Supervisors listened. Then Eckstrom slapped Ronstadt around. Then they voted 5-0 to take the money out of the bond package and use it for neighborhood improvements in South Tucson and other parts of Eckstrom’s district.
Cries were immediate, from City Hall to South Park Avenue, where the Arizona Daily Star, in what could be its first editorial critical of Grijalva, scolded him for arrogance.
Grijalva, who toyed with the idea of running for mayor two years ago and now wants to run for Congress, and his colleagues had sought to appease the City Council in 1997 by promising seven or eight projects within the city limits.
Last week Ronstadt stumbled with his very first remark, a patronizing line about city-county cooperation that concerned the drive-around nonsense at the River Road opening three days earlier.
Then he played the “we didn’t know about this” card.
The whole show is instructive not just for the 40,000-plus drivers who use 22nd Street in its I-10/Park Avenue stretch every day but for others looking for regional transportation solutions. With the city now venturing off on a transportation plan and sales tax alone, the Ronstadt-Eckstrom dialogue illustrates that necessary regional cooperation is no longer even in the rear-view mirror.
“Clearly not everyone is being allowed to agree,” Ronstadt said. “The citizens have not been consulted. To hear about an amendment to a public bond package on Friday and have the vote on the amendment scheduled for the following Monday raises questions about how much the county values citizen input on projects they have already voted for.”
The county had actually advertised, in a small legal notice, the hearing to make unspecified changes as required 15 days earlier.
Ronstadt, coached by two assistant managers including Benny Young, a longtime city transportation boss who was wise enough to stay in the back of the room, asked for a delay “so we can have an opportunity to have input and dialogue, which is what this democracy, what this public process is all about.”
That started Eckstrom.
“Twenty-second Street. Is that in your ward?”
Ronstadt: “No sir, it is not in my ward, but we are elected citywide. And the 22nd Street improvement was promised to the voters of the city of Tucson. It’s a strategic–”
Eckstrom: “Can you tell me, Mr. Ronstadt, in your capital improvement program right now, 22nd Street widening project, what are the sources of funds for the remaining balance of that project?”
Ronstadt: “We are currently identifying that source and we are optimistic that the voters in Tucson will adopt a half-cent sales tax and that will go, that will go–”
Eckstrom, who made short work earlier of perusing the city five-year capital budget to see none of the $24 million to $34 million needed to complete the 22nd Street widening from Interstate 10 to South Park Avenue, set more bait.
“When was the project approved?”
Ronstadt: “It was approved in 1997.”
Eckstrom: “So you’ve had four years and you haven’t figured it out yet?”
Ronstadt complained that Eckstrom and Huckelberry met with City Manager James Keene and Councilman Steve Leal, a Democrat who represents the city’s south side.
“And you know we can’t operate with these closed-door negotiations. We are a public body. We are responsible to the voters of the city of Tucson and of Pima County, and the voters approved that project,” Ronstadt said. “And for this body to change that project without public process, without significant dialogue with the community, with the city of Tucson, is irresponsible.”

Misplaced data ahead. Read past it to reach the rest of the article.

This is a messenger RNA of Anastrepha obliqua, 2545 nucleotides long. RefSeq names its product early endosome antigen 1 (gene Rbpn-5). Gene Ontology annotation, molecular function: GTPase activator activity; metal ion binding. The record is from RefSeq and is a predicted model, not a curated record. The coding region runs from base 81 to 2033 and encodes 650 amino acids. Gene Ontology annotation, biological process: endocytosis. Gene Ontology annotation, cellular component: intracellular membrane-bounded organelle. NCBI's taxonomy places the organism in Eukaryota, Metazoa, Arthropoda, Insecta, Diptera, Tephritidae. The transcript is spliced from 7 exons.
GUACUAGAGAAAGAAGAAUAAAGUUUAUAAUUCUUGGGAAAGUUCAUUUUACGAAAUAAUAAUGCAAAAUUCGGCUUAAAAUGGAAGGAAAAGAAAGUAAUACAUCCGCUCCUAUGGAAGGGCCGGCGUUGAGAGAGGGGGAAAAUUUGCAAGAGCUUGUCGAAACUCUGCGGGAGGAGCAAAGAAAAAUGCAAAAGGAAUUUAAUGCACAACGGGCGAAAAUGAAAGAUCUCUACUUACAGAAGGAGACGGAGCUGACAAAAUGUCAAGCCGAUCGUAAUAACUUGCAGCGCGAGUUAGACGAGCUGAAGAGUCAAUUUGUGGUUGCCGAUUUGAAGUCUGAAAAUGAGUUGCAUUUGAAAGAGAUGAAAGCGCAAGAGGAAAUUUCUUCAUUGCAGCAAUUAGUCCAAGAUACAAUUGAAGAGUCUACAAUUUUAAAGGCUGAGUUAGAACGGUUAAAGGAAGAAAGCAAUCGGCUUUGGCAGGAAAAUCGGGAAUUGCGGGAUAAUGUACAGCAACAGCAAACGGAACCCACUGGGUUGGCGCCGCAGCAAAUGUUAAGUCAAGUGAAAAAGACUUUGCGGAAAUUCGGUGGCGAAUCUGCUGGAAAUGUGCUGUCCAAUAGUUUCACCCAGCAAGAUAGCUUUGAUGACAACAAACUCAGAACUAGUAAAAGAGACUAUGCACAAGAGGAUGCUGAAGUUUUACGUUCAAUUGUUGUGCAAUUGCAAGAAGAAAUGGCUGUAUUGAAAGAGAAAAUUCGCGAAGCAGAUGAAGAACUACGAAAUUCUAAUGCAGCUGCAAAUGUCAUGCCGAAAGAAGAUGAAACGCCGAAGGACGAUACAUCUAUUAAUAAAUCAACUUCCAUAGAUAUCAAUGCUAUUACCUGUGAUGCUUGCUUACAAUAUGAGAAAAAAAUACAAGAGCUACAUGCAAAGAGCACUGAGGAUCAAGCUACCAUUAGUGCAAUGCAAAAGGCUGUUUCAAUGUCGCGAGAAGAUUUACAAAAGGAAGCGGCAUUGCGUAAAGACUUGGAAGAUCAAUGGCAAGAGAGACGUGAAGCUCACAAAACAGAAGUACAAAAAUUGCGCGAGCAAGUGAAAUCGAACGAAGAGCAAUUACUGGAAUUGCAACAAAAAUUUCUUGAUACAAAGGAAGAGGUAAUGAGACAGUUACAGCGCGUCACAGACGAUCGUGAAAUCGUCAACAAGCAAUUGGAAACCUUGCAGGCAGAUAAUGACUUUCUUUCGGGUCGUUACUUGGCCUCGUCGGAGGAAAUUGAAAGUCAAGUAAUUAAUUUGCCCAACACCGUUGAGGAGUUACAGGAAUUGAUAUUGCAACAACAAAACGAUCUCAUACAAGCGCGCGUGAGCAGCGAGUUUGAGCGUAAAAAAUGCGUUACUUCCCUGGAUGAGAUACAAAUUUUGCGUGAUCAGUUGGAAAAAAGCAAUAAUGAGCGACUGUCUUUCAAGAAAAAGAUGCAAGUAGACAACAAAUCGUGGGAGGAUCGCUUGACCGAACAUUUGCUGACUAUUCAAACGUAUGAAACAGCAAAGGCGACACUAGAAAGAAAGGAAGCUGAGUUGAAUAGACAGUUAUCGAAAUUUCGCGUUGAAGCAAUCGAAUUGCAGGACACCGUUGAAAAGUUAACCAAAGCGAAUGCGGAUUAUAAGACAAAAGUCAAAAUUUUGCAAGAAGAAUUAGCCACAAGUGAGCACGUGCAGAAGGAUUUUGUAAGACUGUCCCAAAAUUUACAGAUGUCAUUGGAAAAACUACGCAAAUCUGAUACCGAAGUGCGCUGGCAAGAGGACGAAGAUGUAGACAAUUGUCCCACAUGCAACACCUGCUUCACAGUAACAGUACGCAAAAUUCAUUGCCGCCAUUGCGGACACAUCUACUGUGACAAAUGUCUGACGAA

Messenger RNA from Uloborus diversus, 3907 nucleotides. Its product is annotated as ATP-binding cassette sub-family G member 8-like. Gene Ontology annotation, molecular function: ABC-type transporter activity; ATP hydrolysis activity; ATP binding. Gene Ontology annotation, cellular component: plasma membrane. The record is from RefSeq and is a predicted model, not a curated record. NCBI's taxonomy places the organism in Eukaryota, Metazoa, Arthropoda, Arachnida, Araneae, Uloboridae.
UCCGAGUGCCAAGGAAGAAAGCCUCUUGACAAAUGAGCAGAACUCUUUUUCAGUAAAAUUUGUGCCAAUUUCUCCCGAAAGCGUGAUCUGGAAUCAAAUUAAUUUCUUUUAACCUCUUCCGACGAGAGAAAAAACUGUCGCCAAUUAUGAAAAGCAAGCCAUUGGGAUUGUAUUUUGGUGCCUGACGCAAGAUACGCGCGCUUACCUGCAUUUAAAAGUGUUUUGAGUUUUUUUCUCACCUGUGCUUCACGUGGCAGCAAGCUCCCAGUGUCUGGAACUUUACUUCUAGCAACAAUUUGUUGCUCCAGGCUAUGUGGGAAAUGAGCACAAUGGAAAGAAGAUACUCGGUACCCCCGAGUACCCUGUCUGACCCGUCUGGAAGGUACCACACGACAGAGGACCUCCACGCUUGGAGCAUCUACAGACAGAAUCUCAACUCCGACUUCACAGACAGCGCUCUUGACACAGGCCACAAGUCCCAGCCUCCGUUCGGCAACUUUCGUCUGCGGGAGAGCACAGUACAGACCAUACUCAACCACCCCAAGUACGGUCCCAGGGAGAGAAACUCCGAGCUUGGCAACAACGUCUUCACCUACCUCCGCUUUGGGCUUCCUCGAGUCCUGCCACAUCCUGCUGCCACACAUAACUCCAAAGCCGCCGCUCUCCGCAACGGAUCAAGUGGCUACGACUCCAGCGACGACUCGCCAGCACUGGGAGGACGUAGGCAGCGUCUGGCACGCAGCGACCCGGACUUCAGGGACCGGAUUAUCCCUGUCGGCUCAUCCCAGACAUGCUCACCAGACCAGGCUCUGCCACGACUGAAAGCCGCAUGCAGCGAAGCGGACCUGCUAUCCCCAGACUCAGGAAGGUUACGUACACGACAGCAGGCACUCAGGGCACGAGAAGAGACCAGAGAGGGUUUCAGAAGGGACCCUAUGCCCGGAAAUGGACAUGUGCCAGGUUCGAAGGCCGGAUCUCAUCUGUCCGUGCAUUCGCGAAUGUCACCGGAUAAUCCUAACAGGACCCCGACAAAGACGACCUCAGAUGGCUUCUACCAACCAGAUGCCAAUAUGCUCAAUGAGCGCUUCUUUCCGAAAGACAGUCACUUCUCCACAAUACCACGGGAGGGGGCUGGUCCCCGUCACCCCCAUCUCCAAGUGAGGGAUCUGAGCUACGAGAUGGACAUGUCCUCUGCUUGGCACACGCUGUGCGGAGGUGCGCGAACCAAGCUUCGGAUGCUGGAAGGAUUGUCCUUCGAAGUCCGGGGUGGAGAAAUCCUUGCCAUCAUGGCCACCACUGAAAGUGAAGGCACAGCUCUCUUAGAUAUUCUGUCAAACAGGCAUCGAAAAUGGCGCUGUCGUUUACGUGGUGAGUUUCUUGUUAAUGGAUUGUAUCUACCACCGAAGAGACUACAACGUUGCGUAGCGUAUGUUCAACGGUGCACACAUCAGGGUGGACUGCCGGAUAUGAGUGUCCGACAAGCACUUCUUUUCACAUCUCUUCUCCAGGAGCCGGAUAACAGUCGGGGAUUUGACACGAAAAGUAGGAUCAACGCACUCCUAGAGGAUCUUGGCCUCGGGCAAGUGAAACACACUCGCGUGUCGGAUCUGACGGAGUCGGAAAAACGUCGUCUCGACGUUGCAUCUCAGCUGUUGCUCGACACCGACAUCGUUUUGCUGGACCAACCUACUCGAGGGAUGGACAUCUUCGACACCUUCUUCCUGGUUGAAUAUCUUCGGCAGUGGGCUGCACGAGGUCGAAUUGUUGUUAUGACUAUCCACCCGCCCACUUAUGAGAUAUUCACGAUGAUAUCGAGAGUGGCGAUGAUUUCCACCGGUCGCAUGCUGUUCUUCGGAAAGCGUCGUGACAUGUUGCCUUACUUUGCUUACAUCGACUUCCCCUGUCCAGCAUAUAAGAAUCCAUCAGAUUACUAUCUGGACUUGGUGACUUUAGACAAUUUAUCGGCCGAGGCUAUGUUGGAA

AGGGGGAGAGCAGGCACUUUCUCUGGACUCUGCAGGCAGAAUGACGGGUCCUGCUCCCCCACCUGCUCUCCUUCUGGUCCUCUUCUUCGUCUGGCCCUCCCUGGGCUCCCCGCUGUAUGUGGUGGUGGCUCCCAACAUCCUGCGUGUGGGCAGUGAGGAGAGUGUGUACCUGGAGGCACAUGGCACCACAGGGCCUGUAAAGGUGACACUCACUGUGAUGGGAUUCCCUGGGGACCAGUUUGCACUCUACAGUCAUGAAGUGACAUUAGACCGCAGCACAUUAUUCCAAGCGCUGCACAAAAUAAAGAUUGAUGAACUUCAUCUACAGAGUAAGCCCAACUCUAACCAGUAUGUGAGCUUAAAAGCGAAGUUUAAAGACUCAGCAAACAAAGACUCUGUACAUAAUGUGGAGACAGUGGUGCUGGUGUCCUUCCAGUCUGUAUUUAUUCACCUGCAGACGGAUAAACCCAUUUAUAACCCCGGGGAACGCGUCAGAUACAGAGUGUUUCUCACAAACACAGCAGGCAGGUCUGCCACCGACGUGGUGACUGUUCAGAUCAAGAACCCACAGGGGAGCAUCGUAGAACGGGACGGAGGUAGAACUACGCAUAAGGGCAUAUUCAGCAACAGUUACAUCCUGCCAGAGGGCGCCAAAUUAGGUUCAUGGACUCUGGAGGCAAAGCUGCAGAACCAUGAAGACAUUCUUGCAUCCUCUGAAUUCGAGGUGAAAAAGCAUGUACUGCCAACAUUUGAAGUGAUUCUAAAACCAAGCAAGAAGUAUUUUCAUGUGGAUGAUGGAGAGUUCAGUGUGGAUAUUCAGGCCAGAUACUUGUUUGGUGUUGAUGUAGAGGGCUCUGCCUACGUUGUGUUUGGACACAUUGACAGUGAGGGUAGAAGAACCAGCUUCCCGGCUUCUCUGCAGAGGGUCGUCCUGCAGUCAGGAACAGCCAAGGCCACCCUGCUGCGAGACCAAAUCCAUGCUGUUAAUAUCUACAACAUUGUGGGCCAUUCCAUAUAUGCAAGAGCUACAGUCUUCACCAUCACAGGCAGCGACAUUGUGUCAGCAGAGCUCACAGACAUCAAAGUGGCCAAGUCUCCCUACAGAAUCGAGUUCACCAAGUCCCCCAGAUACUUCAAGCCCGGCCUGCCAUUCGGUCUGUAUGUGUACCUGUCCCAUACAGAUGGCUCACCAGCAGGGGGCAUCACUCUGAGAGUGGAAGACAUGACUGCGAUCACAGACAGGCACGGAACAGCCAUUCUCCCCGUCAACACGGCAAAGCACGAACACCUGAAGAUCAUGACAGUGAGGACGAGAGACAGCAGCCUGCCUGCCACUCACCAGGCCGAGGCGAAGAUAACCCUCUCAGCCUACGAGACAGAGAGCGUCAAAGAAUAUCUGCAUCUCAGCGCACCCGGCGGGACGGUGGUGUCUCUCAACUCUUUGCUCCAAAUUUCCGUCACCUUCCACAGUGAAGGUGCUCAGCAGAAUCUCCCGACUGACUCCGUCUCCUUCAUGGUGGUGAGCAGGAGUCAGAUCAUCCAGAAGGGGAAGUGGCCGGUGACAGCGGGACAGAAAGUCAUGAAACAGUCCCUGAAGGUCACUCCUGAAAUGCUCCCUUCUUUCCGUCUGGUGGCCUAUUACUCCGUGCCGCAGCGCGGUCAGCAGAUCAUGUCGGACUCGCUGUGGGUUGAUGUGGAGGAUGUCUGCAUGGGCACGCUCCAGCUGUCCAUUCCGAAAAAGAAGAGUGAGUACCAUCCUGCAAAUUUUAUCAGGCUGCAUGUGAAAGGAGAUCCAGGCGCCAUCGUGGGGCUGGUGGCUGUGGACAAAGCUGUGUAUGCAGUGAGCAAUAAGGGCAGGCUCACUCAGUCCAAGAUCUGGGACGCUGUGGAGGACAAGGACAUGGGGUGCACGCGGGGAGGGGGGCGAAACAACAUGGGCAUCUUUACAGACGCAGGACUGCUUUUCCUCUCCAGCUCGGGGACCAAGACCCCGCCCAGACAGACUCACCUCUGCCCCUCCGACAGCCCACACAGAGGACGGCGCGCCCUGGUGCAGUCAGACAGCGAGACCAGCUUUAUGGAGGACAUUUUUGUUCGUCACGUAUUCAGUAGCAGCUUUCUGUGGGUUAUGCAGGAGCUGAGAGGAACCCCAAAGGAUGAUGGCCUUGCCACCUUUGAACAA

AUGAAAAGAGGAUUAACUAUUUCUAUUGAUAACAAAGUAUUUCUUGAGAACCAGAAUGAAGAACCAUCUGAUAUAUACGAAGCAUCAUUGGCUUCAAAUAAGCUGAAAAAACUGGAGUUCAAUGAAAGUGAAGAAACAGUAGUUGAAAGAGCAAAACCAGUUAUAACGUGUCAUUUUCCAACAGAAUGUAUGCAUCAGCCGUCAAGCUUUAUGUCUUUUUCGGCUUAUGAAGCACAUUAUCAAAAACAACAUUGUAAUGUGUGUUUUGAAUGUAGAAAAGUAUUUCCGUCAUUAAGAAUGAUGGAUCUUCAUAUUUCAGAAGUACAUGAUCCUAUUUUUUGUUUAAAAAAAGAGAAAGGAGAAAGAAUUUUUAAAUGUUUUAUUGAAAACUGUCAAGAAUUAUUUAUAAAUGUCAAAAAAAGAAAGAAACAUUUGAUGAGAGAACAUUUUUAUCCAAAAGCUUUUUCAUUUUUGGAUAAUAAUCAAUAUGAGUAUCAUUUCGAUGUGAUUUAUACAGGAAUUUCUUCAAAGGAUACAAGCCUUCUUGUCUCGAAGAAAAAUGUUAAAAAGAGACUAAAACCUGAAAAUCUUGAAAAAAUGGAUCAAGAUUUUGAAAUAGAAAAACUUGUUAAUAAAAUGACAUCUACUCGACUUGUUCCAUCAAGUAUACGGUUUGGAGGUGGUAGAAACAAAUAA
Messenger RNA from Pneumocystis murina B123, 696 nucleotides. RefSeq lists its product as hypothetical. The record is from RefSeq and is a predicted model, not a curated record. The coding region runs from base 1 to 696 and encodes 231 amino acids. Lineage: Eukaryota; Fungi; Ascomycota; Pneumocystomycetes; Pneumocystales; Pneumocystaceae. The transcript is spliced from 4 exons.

Eckstrom later told Ronstadt “before you come up here and lecture us on democracy you ought to take a lesson yourself and discover it. The other question is, are you telling me that you don’t think neighborhoods need roadway improvements?”
Ronstadt: “What I’m saying is that voters voted on a specific plan in 1997.
Eckstrom: “But you haven’t come through.”
Ronstadt: “We haven’t had the opportunity to come through.”
Eckstrom: “You’ve had plenty of–can you show me in your Capital Improvement Program right now that you are making allocations for this project?”
Ronstadt: “But, we have–”
Eckstrom: “You don’t have it in there, do ya?”
Ronstadt: “We have been in dialogue with the county and we–”
Eckstrom: “You just told me a minute ago that we haven’t been in dialogue. Now we have dialogue.”
Eckstrom, who has a long record of making end-runs around the city from his days on the Pima Association of Governments council as mayor of South Tucson, then questioned Ronstadt about neighborhood projects and the city’s Back to Basics program, which allocates $800,000 to each of the six wards.
“Sir, we’re talking about apples and oranges,” Ronstadt said. “This is a voter-approved–”
Eckstrom: “It may be apples and oranges to you, but to me it’s the big banana.”
Stripped fast or slow, Ronstadt and other city officials should hardly be surprised. They opened the door with entreaties from Young and city lobbyist Mary Okoye as long as six months ago about moving the county’s $10 million share to East Broadway or East Grant Road.
Day, who chairs the PAG council, said she had not been contacted by anyone from the city, although city officials told PAG that they didn’t have city transportation plans ready.
“I’m somewhat surprised the city is going it alone,” she said, mentioning her other surprise that the city, if it favors neighborhood street work, would be against this move.
Carroll joined in, saying the move has his support as long as the city is “$14 million or $24 million behind the 8-ball and it’s been four years. As long as it is within the boundaries of Mr. Eckstrom’s district and as long as Mr. Leal and Mr. Eckstrom continue to discuss where these dollars are going to be located … I’m going to support it.”
Eckstrom underscored county work within the city by mentioning a bridge in Corbett neighborhood. “For once, following the pattern of our neighborhood reinvestment program, we say, let’s take $10 million out of $350 million and put it into neighborhoods and people get upset. I can’t understand that,” he said.
“I think neighborhoods are sick and tired of paying taxes and yet not seeing a greater bang for their buck come to them. So any time I get a chance to come down on the side of neighborhoods, you bet your bottom dollar that’s where I’m going to come. I’m going to come down on the side of neighborhoods whether anybody likes it or not.”